The Vegan 411Talkin' ‘Bout A (Vegan) RevolutionAva Szajna-Hopgood

Unlike most good ideas, I decided to go vegan overnight. Over lunch, actually, 1:00 p.m. fast approaching my office desk, realizing I was on the verge of making a huge change to what could be my entire life. No more croissants with my best friend over pseudo-ironic skinny lattes? No more grilled cheese sandwiches late back from gigs? No more éclairs? EVER?!!

The more I started thinking about a whole life without all the things that bought me, I’m not afraid to say, a lot of happiness, the more my mind started to question what on earth I thought I was doing.

I had been researching animal rights, farming conditions and industry standards for months, wrangling with my conscience over the best way I could live a sustainable, caring life alongside the rest of the planet. Crunch time at lunch time arrived on Jan. 4, and it was a change that had been a long time coming, but instead of planning for a gradual shift, I was following my instincts. I didn’t want to eat milk or eggs or cheese any more, so phasing it out just felt even weirder for me. But on the flip side, the idea that I’d had my last ever ice cream or birthday cake felt like an impossible watershed to maintain.

I decided to take it day by day, and not tell anyone for as long as it felt comfortable. That way, I reasoned, it would only be me that knew about my failure.

A failure in the first few weeks felt imminent: despite all my research, going vegan I.R.L. meant adopting a whole new set of skills: speed-reading Google search results in supermarket aisles before putting any item of shopping in my basket that didn’t come with a clear enough label. Trying to memorize every vegan-friendly beer online so I could order without eliciting suspicion in bars with my friends. At first I felt totally overwhelmed.

There were days when peanut butter on toast was the highlight of dinner, hummus evolved in to a major food group, and one client lunch that somehow became three courses of melons sliced in an increasingly elaborate manner. It wasn’t the restaurant’s fault; I was too shy to explain properly that I was a vegan and too scared to ask for something else. I ate the melon in silence as everyone else tucked in and realised I had to start believing I could do this.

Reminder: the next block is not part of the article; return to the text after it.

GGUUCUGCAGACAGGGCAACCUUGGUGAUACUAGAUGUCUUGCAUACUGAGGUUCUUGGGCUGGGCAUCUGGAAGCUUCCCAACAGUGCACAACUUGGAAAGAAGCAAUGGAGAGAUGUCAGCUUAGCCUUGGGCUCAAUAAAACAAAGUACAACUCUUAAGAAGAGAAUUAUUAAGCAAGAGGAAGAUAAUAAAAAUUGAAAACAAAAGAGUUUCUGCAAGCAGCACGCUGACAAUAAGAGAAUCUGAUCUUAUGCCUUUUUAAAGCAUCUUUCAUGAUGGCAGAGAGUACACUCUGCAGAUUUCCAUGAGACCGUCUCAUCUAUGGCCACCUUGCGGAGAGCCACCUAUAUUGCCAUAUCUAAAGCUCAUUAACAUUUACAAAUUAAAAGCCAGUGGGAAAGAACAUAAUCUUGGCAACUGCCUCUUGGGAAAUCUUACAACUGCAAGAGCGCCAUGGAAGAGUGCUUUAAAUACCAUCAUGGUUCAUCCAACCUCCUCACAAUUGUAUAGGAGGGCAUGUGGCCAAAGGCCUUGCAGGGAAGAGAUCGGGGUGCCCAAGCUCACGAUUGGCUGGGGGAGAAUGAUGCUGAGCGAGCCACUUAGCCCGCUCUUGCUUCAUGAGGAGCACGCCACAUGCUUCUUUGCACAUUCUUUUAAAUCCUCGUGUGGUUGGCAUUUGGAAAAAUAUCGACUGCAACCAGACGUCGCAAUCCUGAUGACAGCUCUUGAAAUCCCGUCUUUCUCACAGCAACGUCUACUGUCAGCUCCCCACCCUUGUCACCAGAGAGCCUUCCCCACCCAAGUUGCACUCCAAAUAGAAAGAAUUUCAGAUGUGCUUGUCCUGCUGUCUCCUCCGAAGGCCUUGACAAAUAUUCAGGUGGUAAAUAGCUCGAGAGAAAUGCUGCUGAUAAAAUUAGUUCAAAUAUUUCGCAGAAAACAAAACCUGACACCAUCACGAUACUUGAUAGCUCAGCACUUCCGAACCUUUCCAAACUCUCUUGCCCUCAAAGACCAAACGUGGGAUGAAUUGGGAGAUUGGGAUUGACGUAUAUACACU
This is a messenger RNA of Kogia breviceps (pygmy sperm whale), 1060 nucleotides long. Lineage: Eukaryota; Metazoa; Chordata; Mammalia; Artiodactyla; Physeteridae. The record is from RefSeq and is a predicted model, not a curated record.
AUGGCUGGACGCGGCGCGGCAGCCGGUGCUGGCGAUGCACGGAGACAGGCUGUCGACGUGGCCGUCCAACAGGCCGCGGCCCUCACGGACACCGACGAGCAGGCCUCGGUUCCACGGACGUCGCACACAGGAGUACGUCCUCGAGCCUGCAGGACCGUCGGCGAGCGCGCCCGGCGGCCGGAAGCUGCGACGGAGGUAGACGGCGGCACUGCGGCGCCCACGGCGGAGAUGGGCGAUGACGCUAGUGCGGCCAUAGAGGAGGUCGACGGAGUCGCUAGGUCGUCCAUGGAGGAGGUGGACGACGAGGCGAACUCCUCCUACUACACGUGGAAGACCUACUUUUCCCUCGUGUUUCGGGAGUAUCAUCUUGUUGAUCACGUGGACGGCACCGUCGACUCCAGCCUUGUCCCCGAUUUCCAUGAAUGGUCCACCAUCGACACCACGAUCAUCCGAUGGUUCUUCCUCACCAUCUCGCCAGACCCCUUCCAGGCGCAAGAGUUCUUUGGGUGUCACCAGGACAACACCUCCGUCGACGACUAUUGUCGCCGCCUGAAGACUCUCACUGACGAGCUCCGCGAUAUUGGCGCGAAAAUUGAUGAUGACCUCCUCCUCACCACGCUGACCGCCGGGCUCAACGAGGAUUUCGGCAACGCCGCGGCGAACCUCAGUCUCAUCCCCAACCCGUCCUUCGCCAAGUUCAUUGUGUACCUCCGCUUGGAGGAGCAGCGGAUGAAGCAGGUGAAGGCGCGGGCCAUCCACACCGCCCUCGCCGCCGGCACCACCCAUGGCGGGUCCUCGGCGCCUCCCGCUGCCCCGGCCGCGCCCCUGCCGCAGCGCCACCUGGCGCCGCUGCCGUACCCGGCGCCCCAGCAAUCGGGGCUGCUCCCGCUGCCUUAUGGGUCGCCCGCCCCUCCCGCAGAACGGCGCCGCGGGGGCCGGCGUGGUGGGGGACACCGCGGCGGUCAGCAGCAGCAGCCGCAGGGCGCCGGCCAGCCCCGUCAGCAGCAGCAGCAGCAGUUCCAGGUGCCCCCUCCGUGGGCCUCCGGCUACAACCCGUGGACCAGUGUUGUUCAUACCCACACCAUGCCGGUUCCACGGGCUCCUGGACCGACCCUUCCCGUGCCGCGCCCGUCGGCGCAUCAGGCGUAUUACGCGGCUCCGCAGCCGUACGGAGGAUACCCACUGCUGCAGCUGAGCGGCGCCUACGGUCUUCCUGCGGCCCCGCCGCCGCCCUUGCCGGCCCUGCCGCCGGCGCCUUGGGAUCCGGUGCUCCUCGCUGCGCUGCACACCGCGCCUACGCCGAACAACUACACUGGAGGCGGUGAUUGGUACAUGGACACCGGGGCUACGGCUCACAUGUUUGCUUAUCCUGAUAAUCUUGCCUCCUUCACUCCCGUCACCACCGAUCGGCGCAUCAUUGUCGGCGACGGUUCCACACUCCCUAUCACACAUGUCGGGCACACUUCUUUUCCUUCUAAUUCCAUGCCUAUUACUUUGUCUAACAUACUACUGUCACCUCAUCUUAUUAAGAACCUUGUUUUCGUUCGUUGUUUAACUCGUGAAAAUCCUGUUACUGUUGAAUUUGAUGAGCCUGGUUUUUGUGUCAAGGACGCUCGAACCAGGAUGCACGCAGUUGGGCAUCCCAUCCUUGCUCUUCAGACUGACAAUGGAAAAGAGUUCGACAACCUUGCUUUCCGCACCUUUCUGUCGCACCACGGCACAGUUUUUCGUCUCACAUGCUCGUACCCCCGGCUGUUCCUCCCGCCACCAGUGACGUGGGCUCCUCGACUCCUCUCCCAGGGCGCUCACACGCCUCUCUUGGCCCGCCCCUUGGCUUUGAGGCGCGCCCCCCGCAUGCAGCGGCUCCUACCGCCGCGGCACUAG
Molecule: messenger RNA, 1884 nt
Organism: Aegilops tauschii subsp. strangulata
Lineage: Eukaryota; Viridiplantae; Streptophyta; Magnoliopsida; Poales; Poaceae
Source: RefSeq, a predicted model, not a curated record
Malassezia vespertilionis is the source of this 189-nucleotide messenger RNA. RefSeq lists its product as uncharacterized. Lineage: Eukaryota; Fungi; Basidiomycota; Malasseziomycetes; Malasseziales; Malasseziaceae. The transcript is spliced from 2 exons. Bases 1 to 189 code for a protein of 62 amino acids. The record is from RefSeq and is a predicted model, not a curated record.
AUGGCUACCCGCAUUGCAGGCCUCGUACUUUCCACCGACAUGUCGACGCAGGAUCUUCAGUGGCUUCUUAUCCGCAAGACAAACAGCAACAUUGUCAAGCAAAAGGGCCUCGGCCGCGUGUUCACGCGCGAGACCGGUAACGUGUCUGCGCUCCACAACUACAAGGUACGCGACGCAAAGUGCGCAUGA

With each meal it got easier. As the days stacked up I worked out I had been vegan for a month. I knew which coffee houses wouldn’t charge extra for soy milk, where to find the best vegan fry-up in town and which Turkish takeaway could make me a vegan falafel extravaganza of a midnight feast for the way home.

I made so many mistakes, but you don’t have to be perfect. Vegans, vegetarians and anyone that makes a decision to alter their lifestyle through a diet choice are all human, after all. I guarantee every one of those people will tell you they’ve messed up or not quite stuck to their ethos. But by being open about this, it becomes less of a taboo. I felt like I had to keep it a secret from my friends so they didn’t spot me messing up, or stop inviting me round for dinner. When I did finally tell them why I had become a vegan, their support helped me stick to my guns; they respected what I was trying to do and could see how much it meant to me.